Small Tuned Loop AM Broadcast Antenna

I threw this antenna together in 10 minutes to help out my dad. For the past month or more there has been a curious band of interference blanketing the lower part of the AM broadcast band in the general area where I live. More on the interference later.

The antenna is a simple coil of (red) wire wound on the box of an NRG hammer drill I purchased some months ago. When I looked around the room for a suitable former the only thing that looked about the right size was the old cardboard box sitting in a pile ready to be dumped.

The coil is resonated by a BC tuning gang from an old valve radio. Its meshed capacitance is about 400 pF. The coil was wound at random (well not quite totally at random, I made an educated guess at the number of turns I'd need for a flat solenoid of that area, but it was all pretty approximate mental maths) there are 15 turns, which resonate with the fully meshed cap at about 600 kHz. Adding another turn would offer complete BC band coverage but I haven't bothered to add an additional turn.

AM loop antenna

The signal is extracted via a single turn of (blue) wire. Here is a close-up of the windings near the feed point. Although the images don't show it, there have been some recent modifications, there is a knob on the tuning gang now, and I've added a 500 Ohm pot as an attenuator, the poor old VR-500 just can't handle the monster signals this baby can generate, if you tune in 2KY while listening to 2BL the overload will generate intermod and totally wipe out 2BL's signal.

Attached to the CRO the cause is evident, 2BL is an over 30mV signal (yes milli-volts) at resonance (the strongest on the band locally), but 2KY at a mear 2mV or so can overload the VR-500 front end and destroy this monster 30mV signal. This is perhaps not surprising, as the VR-500 is not designed for use with a good antenna at any frequency, in particular the low bands.

The nulls are deep, very deep. This was surprising considering the rush job of construction. The loop is not electrostatically shielded and will pull a bit in close proximity to conductive (or dielectric) objects. The pattern is quite symmetric, but the null on the tuning cap side is deeper. This may be more due to the pick-up loop on the other side of the coil than the metal frame of the tuning cap. A balun may help, but the effect is only a few dBs so I'm leaving well enough alone.

My homebrew regenerative receiver loves this antenna. While I built it with a different purpose in mind, I intend to use it for AM broadcast listening now, perhaps I'll build a bigger shielded (coax) loop. If nothing else it has kindled my interest in the lower bands, I've always been a VHF/UHF hacker, but the value of small loops for the long bands (which with my limited space in a home unit is an obvious blessing) is being hammered home.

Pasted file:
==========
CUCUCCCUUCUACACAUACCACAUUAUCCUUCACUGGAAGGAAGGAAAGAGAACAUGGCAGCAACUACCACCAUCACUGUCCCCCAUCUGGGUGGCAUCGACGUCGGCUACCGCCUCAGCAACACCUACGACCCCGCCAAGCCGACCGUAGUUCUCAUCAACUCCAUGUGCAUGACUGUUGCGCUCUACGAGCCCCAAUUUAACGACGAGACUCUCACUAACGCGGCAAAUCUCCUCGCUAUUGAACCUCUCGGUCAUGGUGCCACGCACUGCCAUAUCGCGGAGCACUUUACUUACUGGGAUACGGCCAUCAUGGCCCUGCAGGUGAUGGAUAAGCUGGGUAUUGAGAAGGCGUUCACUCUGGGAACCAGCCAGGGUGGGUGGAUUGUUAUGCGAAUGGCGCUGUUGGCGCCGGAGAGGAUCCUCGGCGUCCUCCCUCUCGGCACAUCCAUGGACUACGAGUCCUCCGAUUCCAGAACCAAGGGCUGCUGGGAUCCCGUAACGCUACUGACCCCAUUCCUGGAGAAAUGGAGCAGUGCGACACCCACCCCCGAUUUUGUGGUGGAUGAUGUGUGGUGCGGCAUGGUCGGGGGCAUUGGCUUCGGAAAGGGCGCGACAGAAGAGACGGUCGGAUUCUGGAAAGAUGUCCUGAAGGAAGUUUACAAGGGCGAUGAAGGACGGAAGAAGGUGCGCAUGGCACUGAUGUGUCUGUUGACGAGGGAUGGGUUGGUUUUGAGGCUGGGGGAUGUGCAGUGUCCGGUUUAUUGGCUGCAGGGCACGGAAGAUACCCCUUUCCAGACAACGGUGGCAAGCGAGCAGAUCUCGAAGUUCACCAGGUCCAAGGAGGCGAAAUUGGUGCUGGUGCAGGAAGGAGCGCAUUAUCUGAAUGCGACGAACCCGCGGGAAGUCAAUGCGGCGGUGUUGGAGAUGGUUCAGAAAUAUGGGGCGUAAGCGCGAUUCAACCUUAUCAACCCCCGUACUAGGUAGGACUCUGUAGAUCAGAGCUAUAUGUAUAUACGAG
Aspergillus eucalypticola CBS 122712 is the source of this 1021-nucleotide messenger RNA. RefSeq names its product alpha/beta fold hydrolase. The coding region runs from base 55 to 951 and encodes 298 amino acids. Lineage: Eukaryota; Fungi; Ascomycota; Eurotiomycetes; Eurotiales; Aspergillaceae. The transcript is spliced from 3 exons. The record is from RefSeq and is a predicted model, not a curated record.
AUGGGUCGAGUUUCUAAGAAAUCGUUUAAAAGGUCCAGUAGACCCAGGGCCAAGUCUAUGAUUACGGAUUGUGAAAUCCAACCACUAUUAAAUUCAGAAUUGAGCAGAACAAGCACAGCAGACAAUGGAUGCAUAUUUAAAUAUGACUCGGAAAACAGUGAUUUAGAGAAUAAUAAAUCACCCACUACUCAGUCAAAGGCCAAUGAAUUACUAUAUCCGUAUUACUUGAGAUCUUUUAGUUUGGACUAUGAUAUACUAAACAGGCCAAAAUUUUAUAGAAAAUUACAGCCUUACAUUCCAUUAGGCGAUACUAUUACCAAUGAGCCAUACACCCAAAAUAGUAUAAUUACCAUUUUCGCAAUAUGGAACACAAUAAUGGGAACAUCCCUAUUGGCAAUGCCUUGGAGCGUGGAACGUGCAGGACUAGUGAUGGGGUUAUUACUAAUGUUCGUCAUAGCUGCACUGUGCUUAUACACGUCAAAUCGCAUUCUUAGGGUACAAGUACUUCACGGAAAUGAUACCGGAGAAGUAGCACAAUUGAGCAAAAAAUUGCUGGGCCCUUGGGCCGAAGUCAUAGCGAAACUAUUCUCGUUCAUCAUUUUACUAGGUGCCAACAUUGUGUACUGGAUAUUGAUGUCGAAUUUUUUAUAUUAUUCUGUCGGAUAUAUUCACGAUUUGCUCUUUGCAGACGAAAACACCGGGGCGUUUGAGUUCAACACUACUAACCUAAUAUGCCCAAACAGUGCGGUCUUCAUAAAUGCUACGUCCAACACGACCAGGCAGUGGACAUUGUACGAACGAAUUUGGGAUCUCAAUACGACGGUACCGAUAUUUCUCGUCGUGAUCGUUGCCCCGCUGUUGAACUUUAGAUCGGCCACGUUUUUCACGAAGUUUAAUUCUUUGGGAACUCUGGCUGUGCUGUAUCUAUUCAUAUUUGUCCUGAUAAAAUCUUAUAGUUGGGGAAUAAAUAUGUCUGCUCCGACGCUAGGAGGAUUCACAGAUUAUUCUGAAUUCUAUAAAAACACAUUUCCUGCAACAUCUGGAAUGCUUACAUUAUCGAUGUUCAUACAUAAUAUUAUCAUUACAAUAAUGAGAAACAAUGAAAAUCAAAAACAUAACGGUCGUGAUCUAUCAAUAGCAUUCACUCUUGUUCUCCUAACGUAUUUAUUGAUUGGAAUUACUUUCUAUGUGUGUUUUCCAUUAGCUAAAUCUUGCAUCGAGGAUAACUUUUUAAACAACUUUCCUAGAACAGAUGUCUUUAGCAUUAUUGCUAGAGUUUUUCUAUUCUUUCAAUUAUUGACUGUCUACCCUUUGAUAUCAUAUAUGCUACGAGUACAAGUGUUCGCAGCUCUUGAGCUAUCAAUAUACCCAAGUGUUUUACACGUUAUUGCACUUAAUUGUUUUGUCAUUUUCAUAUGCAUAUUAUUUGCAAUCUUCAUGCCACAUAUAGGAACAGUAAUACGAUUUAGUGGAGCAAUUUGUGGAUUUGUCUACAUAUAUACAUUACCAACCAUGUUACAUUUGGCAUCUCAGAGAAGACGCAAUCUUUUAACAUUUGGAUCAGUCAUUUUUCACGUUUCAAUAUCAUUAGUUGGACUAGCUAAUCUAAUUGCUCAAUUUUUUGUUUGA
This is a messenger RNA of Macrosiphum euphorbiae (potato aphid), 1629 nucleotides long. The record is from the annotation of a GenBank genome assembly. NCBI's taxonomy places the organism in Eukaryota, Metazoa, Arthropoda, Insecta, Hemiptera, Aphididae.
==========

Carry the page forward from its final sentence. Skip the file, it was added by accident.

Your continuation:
Its main advantage is its ability to null out rubbish or co-channel during the evenings. Being able to completely null a local 50kW monster is fantastic, as soon as the local is into the mush the DX stations with some QSB come roaring in. At my Dee Why shack there is a local noise source that starts up in the evening, composed of heavy broadband impulse noise it comes in along the power lines it is tough to null, but I can generally find a position that knocks it down enough to make listening pleasurable. It is better than a noise blanker at least. A larger loop with a decoupled feed can only be better.

Back on the interference story; the loops original reason for being. While I've tried to DF it the buildings are scattering the signal around so much as to make it hard to 100% sure where it is coming from. What I do know about it is this; it is intermittent (the worst kind), it appears at multiples of 100kHz or so, and is broad, like a malfunctioning switch-mode PSU in some appliance or computer. Sometimes it is much worse than others, some channels are unaffected by it (the higher ones), but some, like 702 have annoying hets from their carriers mixing with the harmonics. A hissy 2kHz tone gets annoying really, really fast.

I've got a pretty strong hunch that it is actually coming from a unit in my building. New tenants have recently moved in there and probably brought a defective device with them. I'm not about to knock on their door making any accusations until I am pretty sure, neither am I going to waste $$$ on the ACA until I've nailed it myself. Besides it is a challenge.

The Dee Why impulse interference is another matter. I haven't studied it long enough to start to trace it, but it is _very_ strong, you can see it riding on the mains coming out of wall-wart style AC plug packs. I suspect refrigeration equipment across the road in the Spotlight building may be to blame. It must be causing the locals all hell, because it is audible over the entire AM band, and most PC speakers with their hopeless filtering will reproduce it softly too. Any TV with a poor antenna will suffer as well, the harmonics are well into the VHF region. When it starts up I may as well pack up and go home, HF is useless and even weak FM signals get clobbered. The noise blanker just turns it into an S9 hash rather than the buzz-buzz sound that peaks about S9+20dB



2002-10-20: A new MW loop